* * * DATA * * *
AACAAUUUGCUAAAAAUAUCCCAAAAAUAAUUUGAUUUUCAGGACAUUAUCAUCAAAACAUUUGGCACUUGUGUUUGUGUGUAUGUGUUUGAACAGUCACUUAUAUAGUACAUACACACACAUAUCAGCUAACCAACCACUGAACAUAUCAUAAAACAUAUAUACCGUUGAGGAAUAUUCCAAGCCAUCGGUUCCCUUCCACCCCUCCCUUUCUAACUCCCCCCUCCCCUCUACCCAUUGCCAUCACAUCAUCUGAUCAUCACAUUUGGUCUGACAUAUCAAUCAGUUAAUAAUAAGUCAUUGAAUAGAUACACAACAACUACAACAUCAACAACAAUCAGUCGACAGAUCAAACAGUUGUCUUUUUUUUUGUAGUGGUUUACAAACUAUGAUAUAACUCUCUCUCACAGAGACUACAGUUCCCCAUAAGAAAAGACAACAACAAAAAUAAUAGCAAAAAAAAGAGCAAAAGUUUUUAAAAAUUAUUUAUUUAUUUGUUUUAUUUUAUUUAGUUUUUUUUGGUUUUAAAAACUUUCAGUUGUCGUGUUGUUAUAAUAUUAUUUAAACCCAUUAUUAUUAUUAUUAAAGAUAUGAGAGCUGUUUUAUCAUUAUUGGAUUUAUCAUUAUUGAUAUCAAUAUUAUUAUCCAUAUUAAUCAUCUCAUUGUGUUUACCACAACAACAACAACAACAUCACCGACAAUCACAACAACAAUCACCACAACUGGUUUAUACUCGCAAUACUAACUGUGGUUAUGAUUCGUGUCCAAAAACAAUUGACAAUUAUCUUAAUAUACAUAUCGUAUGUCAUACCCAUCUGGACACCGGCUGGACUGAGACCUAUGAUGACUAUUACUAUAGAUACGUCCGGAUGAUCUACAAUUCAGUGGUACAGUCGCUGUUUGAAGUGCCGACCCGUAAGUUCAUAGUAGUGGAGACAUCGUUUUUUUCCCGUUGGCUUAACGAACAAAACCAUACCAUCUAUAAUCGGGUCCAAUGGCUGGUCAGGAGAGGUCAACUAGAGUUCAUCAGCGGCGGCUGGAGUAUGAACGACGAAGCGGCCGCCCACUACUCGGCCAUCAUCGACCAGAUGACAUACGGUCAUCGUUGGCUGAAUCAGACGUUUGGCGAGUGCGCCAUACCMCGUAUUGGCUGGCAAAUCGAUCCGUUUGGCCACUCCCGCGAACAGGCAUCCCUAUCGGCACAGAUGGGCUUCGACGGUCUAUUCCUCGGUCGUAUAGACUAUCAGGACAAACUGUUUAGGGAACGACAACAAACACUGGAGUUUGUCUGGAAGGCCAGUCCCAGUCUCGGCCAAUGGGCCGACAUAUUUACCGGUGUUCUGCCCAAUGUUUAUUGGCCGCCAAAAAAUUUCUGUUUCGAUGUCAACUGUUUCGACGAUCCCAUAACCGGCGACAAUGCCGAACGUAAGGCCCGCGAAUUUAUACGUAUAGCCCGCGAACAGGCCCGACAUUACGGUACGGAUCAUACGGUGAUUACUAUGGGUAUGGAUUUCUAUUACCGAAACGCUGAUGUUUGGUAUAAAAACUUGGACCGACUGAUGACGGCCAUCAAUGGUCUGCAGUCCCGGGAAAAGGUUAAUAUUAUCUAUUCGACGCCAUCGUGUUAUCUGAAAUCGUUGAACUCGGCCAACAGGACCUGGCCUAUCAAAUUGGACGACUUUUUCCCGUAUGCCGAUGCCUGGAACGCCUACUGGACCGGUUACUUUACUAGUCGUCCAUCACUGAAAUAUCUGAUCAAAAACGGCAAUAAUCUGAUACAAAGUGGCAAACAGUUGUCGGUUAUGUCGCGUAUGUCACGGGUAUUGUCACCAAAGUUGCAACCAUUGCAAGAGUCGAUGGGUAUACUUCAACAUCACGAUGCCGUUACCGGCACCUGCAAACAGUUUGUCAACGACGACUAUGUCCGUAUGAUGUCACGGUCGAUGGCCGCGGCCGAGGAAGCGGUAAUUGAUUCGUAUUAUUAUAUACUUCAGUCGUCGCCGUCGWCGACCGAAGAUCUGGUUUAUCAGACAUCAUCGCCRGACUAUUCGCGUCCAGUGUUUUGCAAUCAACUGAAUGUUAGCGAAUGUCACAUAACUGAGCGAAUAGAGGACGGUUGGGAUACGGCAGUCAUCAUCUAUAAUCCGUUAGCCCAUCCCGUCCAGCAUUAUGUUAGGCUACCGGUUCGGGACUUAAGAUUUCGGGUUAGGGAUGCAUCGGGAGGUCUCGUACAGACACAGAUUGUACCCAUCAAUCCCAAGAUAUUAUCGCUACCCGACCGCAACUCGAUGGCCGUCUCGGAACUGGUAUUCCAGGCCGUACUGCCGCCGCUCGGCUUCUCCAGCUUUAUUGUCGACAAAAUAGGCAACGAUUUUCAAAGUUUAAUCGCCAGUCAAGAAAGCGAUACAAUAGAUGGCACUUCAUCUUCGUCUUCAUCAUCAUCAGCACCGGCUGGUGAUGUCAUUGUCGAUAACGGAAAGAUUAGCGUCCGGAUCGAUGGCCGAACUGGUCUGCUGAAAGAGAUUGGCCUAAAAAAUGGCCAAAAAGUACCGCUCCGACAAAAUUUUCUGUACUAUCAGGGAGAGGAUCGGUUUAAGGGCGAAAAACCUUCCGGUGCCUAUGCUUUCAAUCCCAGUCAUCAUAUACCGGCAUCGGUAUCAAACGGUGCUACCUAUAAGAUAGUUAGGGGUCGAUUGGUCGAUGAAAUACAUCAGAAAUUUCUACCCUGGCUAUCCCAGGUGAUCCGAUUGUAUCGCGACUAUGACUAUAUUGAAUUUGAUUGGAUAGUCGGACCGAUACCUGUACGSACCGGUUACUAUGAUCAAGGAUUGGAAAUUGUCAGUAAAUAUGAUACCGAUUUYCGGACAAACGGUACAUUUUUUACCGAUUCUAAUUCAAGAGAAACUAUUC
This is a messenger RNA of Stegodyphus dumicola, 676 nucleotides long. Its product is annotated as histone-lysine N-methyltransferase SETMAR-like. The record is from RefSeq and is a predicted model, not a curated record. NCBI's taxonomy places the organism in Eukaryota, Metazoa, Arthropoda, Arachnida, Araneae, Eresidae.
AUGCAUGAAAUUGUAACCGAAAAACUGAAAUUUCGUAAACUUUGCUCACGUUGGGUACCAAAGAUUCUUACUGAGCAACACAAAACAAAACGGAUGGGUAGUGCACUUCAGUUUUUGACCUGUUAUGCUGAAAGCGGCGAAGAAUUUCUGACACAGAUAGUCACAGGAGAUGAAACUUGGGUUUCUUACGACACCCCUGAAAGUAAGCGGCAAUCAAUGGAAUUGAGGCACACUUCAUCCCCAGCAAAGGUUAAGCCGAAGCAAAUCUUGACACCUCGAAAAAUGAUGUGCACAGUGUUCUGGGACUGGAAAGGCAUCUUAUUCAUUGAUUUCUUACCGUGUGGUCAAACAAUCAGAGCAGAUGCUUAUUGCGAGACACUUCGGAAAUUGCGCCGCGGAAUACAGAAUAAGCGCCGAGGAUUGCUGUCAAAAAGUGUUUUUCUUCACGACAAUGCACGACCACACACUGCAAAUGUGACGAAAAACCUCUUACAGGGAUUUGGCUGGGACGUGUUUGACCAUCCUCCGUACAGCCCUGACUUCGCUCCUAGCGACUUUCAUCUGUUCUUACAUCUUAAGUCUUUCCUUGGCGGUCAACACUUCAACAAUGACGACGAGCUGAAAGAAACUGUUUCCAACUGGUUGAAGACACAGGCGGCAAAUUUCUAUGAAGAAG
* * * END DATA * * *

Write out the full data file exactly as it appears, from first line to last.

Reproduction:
AACAAUUUGCUAAAAAUAUCCCAAAAAUAAUUUGAUUUUCAGGACAUUAUCAUCAAAACAUUUGGCACUUGUGUUUGUGUGUAUGUGUUUGAACAGUCACUUAUAUAGUACAUACACACACAUAUCAGCUAACCAACCACUGAACAUAUCAUAAAACAUAUAUACCGUUGAGGAAUAUUCCAAGCCAUCGGUUCCCUUCCACCCCUCCCUUUCUAACUCCCCCCUCCCCUCUACCCAUUGCCAUCACAUCAUCUGAUCAUCACAUUUGGUCUGACAUAUCAAUCAGUUAAUAAUAAGUCAUUGAAUAGAUACACAACAACUACAACAUCAACAACAAUCAGUCGACAGAUCAAACAGUUGUCUUUUUUUUUGUAGUGGUUUACAAACUAUGAUAUAACUCUCUCUCACAGAGACUACAGUUCCCCAUAAGAAAAGACAACAACAAAAAUAAUAGCAAAAAAAAGAGCAAAAGUUUUUAAAAAUUAUUUAUUUAUUUGUUUUAUUUUAUUUAGUUUUUUUUGGUUUUAAAAACUUUCAGUUGUCGUGUUGUUAUAAUAUUAUUUAAACCCAUUAUUAUUAUUAUUAAAGAUAUGAGAGCUGUUUUAUCAUUAUUGGAUUUAUCAUUAUUGAUAUCAAUAUUAUUAUCCAUAUUAAUCAUCUCAUUGUGUUUACCACAACAACAACAACAACAUCACCGACAAUCACAACAACAAUCACCACAACUGGUUUAUACUCGCAAUACUAACUGUGGUUAUGAUUCGUGUCCAAAAACAAUUGACAAUUAUCUUAAUAUACAUAUCGUAUGUCAUACCCAUCUGGACACCGGCUGGACUGAGACCUAUGAUGACUAUUACUAUAGAUACGUCCGGAUGAUCUACAAUUCAGUGGUACAGUCGCUGUUUGAAGUGCCGACCCGUAAGUUCAUAGUAGUGGAGACAUCGUUUUUUUCCCGUUGGCUUAACGAACAAAACCAUACCAUCUAUAAUCGGGUCCAAUGGCUGGUCAGGAGAGGUCAACUAGAGUUCAUCAGCGGCGGCUGGAGUAUGAACGACGAAGCGGCCGCCCACUACUCGGCCAUCAUCGACCAGAUGACAUACGGUCAUCGUUGGCUGAAUCAGACGUUUGGCGAGUGCGCCAUACCMCGUAUUGGCUGGCAAAUCGAUCCGUUUGGCCACUCCCGCGAACAGGCAUCCCUAUCGGCACAGAUGGGCUUCGACGGUCUAUUCCUCGGUCGUAUAGACUAUCAGGACAAACUGUUUAGGGAACGACAACAAACACUGGAGUUUGUCUGGAAGGCCAGUCCCAGUCUCGGCCAAUGGGCCGACAUAUUUACCGGUGUUCUGCCCAAUGUUUAUUGGCCGCCAAAAAAUUUCUGUUUCGAUGUCAACUGUUUCGACGAUCCCAUAACCGGCGACAAUGCCGAACGUAAGGCCCGCGAAUUUAUACGUAUAGCCCGCGAACAGGCCCGACAUUACGGUACGGAUCAUACGGUGAUUACUAUGGGUAUGGAUUUCUAUUACCGAAACGCUGAUGUUUGGUAUAAAAACUUGGACCGACUGAUGACGGCCAUCAAUGGUCUGCAGUCCCGGGAAAAGGUUAAUAUUAUCUAUUCGACGCCAUCGUGUUAUCUGAAAUCGUUGAACUCGGCCAACAGGACCUGGCCUAUCAAAUUGGACGACUUUUUCCCGUAUGCCGAUGCCUGGAACGCCUACUGGACCGGUUACUUUACUAGUCGUCCAUCACUGAAAUAUCUGAUCAAAAACGGCAAUAAUCUGAUACAAAGUGGCAAACAGUUGUCGGUUAUGUCGCGUAUGUCACGGGUAUUGUCACCAAAGUUGCAACCAUUGCAAGAGUCGAUGGGUAUACUUCAACAUCACGAUGCCGUUACCGGCACCUGCAAACAGUUUGUCAACGACGACUAUGUCCGUAUGAUGUCACGGUCGAUGGCCGCGGCCGAGGAAGCGGUAAUUGAUUCGUAUUAUUAUAUACUUCAGUCGUCGCCGUCGWCGACCGAAGAUCUGGUUUAUCAGACAUCAUCGCCRGACUAUUCGCGUCCAGUGUUUUGCAAUCAACUGAAUGUUAGCGAAUGUCACAUAACUGAGCGAAUAGAGGACGGUUGGGAUACGGCAGUCAUCAUCUAUAAUCCGUUAGCCCAUCCCGUCCAGCAUUAUGUUAGGCUACCGGUUCGGGACUUAAGAUUUCGGGUUAGGGAUGCAUCGGGAGGUCUCGUACAGACACAGAUUGUACCCAUCAAUCCCAAGAUAUUAUCGCUACCCGACCGCAACUCGAUGGCCGUCUCGGAACUGGUAUUCCAGGCCGUACUGCCGCCGCUCGGCUUCUCCAGCUUUAUUGUCGACAAAAUAGGCAACGAUUUUCAAAGUUUAAUCGCCAGUCAAGAAAGCGAUACAAUAGAUGGCACUUCAUCUUCGUCUUCAUCAUCAUCAGCACCGGCUGGUGAUGUCAUUGUCGAUAACGGAAAGAUUAGCGUCCGGAUCGAUGGCCGAACUGGUCUGCUGAAAGAGAUUGGCCUAAAAAAUGGCCAAAAAGUACCGCUCCGACAAAAUUUUCUGUACUAUCAGGGAGAGGAUCGGUUUAAGGGCGAAAAACCUUCCGGUGCCUAUGCUUUCAAUCCCAGUCAUCAUAUACCGGCAUCGGUAUCAAACGGUGCUACCUAUAAGAUAGUUAGGGGUCGAUUGGUCGAUGAAAUACAUCAGAAAUUUCUACCCUGGCUAUCCCAGGUGAUCCGAUUGUAUCGCGACUAUGACUAUAUUGAAUUUGAUUGGAUAGUCGGACCGAUACCUGUACGSACCGGUUACUAUGAUCAAGGAUUGGAAAUUGUCAGUAAAUAUGAUACCGAUUUYCGGACAAACGGUACAUUUUUUACCGAUUCUAAUUCAAGAGAAACUAUUC
This is a messenger RNA of Stegodyphus dumicola, 676 nucleotides long. Its product is annotated as histone-lysine N-methyltransferase SETMAR-like. The record is from RefSeq and is a predicted model, not a curated record. NCBI's taxonomy places the organism in Eukaryota, Metazoa, Arthropoda, Arachnida, Araneae, Eresidae.
AUGCAUGAAAUUGUAACCGAAAAACUGAAAUUUCGUAAACUUUGCUCACGUUGGGUACCAAAGAUUCUUACUGAGCAACACAAAACAAAACGGAUGGGUAGUGCACUUCAGUUUUUGACCUGUUAUGCUGAAAGCGGCGAAGAAUUUCUGACACAGAUAGUCACAGGAGAUGAAACUUGGGUUUCUUACGACACCCCUGAAAGUAAGCGGCAAUCAAUGGAAUUGAGGCACACUUCAUCCCCAGCAAAGGUUAAGCCGAAGCAAAUCUUGACACCUCGAAAAAUGAUGUGCACAGUGUUCUGGGACUGGAAAGGCAUCUUAUUCAUUGAUUUCUUACCGUGUGGUCAAACAAUCAGAGCAGAUGCUUAUUGCGAGACACUUCGGAAAUUGCGCCGCGGAAUACAGAAUAAGCGCCGAGGAUUGCUGUCAAAAAGUGUUUUUCUUCACGACAAUGCACGACCACACACUGCAAAUGUGACGAAAAACCUCUUACAGGGAUUUGGCUGGGACGUGUUUGACCAUCCUCCGUACAGCCCUGACUUCGCUCCUAGCGACUUUCAUCUGUUCUUACAUCUUAAGUCUUUCCUUGGCGGUCAACACUUCAACAAUGACGACGAGCUGAAAGAAACUGUUUCCAACUGGUUGAAGACACAGGCGGCAAAUUUCUAUGAAGAAG